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Journal of Nonverbal Behavior

, Volume 16, Issue 4, pp 231–247 | Cite as

Children's reliance on situational and vocal expression of emotions: Consistent and conflicting cues

  • Nuran Hortaçsu
  • Birsen Ekinci
Article

Abstract

The aim of the present study was to investigate developmental differences in reliance on situational versus vocal cues for recognition of emotions. Turkish preschool, second, and fifth grade children participated in the study. Children listened to audiotape recordings of situations between a mother and a child where the emotional cues implied by the context of a vignette and the vocal expression were either consistent or inconsistent. After listening to each vignette, participants were questioned about the content of the incident and were asked to make a judgment about the emotion of the mother referred to in the recording. Angry, happy, and neutral emotions were utilized. Results revealed that 1) recognition of emotions improved with age, and 2) children relied more on the channel depicting either anger or happiness than on the channel depicting neutrality.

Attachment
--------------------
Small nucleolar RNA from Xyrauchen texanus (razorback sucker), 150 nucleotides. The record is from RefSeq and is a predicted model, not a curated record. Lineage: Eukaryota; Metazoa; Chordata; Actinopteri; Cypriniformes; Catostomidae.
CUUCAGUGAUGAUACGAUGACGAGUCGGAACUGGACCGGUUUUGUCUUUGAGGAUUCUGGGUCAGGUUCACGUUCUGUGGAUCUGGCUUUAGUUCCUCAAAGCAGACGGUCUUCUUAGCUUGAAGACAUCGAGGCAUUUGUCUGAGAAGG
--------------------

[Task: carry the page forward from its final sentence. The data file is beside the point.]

Keywords

Social Psychology Developmental Difference Grade Child Vocal Expression Neutral Emotion 
These keywords were added by machine and not by the authors. This process is experimental and the keywords may be updated as the learning algorithm improves.

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Copyright information

© Human Sciences Press, Inc. 1992

Authors and Affiliations

  • Nuran Hortaçsu
    • 1
  • Birsen Ekinci
    • 1
  1. 1.Department of PsychologyMiddle East Technical UniversityAnkaraTurkey

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